CMEP Bulletin: Kerry carries on in quest for peace

CMEP Bulletin: Kerry carries on in quest for peace

U.S. Secretary of State John Kerry visited Jerusalem and Ramallah this week, the fourth visit in barely two months, to revive the peace process. While Kerry’s current push is the strongest since Condoleezza Rice’s 2008 efforts, he is having difficulty overcoming political inertia and the persitant challenge of overcoming the skepticism harbored by both Israeli and Palestinian officials and their people.

Kerry landed in Tel Aviv on Thursday and began a flurry of meetings with Israeli and Palestinian officials. In an appearance before his meeting with Israeli Prime Minister Benjamin Netanyahu, Kerry said, “I know this region well enough to know that there is skepticism, in some quarters there is cynicism and there are reasons for it. There have been bitter years of disappointment.” Reports indicate that Kerry is pushing for a mixture of economic, political, and security measures to bring the parties to the table.

In public, Israeli and Palestinian leaders were supportive of Kerry’s efforts. Netanyahu told Kerry in a statement after their meeting, “Above all, what we want to do is to restart the peace talks with the Palestinians… You’ve been working at it a great deal. We’ve been working at it together. It’s something I want. It’s something you want. It’s something I hope the Palestinians want, as well.”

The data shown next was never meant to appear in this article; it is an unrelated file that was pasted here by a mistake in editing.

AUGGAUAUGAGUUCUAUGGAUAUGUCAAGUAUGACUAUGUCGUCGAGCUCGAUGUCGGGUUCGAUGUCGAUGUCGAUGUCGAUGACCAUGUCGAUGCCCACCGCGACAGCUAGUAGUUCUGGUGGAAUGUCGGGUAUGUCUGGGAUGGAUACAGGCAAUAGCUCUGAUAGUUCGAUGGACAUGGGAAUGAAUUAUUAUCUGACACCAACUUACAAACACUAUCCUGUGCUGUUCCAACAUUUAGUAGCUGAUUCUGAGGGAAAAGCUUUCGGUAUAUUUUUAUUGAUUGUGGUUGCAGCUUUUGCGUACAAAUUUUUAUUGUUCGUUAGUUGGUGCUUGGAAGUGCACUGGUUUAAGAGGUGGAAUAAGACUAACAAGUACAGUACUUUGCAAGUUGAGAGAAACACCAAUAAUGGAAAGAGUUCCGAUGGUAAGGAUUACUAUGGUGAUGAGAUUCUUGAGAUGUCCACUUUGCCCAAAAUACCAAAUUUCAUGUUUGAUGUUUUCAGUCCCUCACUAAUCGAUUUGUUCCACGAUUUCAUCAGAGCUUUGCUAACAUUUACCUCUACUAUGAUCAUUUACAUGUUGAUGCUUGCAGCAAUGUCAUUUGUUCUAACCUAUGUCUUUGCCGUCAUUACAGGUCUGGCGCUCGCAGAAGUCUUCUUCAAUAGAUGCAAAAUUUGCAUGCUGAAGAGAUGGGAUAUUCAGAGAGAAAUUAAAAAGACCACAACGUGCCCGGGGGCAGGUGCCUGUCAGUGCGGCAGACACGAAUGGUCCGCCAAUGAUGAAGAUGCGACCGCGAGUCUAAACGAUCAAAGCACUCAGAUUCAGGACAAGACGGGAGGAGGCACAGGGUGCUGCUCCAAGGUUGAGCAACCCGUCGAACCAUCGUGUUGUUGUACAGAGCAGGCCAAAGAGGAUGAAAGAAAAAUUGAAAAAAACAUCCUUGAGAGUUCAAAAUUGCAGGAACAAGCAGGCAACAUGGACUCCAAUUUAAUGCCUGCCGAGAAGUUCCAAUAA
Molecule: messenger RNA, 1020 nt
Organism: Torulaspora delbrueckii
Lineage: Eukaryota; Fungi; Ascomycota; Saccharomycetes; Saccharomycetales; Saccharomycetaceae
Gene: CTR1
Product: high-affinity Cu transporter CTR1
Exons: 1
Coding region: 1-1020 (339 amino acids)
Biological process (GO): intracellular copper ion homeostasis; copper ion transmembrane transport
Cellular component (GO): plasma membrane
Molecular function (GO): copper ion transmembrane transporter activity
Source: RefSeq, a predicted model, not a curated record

Days before Kerry’s visit, chief Palestinian negotiator Saeb Erekat made a similar statement, “Make no mistake we are exerting every possible effort in order to see that Mr. Kerry succeeds. No one benefits more from the success of Secretary Kerry than Palestinians and no one loses more from his failure than Palestinians.”

According to Menachem Klein, a political science professor at Bar-Ilan University, despite public displays of support officials on both sides are privately saying that they do not have faith in Kerry’s efforts. He told the Washington Post, “[Kerry] does not show them that he has a stance that he is ready to put much pressure on the other side,” Klein said.

Days before Kerry’s visit, he did call Netanyahu to express his displeasure over the news that the Israeli government intended to legalize four settlement outposts. Kerry requested that the government rethink its decision, or at least postpone the legalization. Kerry had earlier requested that Netanyahu “restrain” settlement activity to give him time to work on restarting negotiations.

Before his departure for Jordan to attend an economic conference, he told reporters that he considered coming back to Jerusalem and Ramallah on Monday but decided against it in order to give the sides time to make “hard decisions.” This would seem to bode ill for the possibility of progressing talks. On the other hand, the implicit threat to break off diplomacy could spur action.

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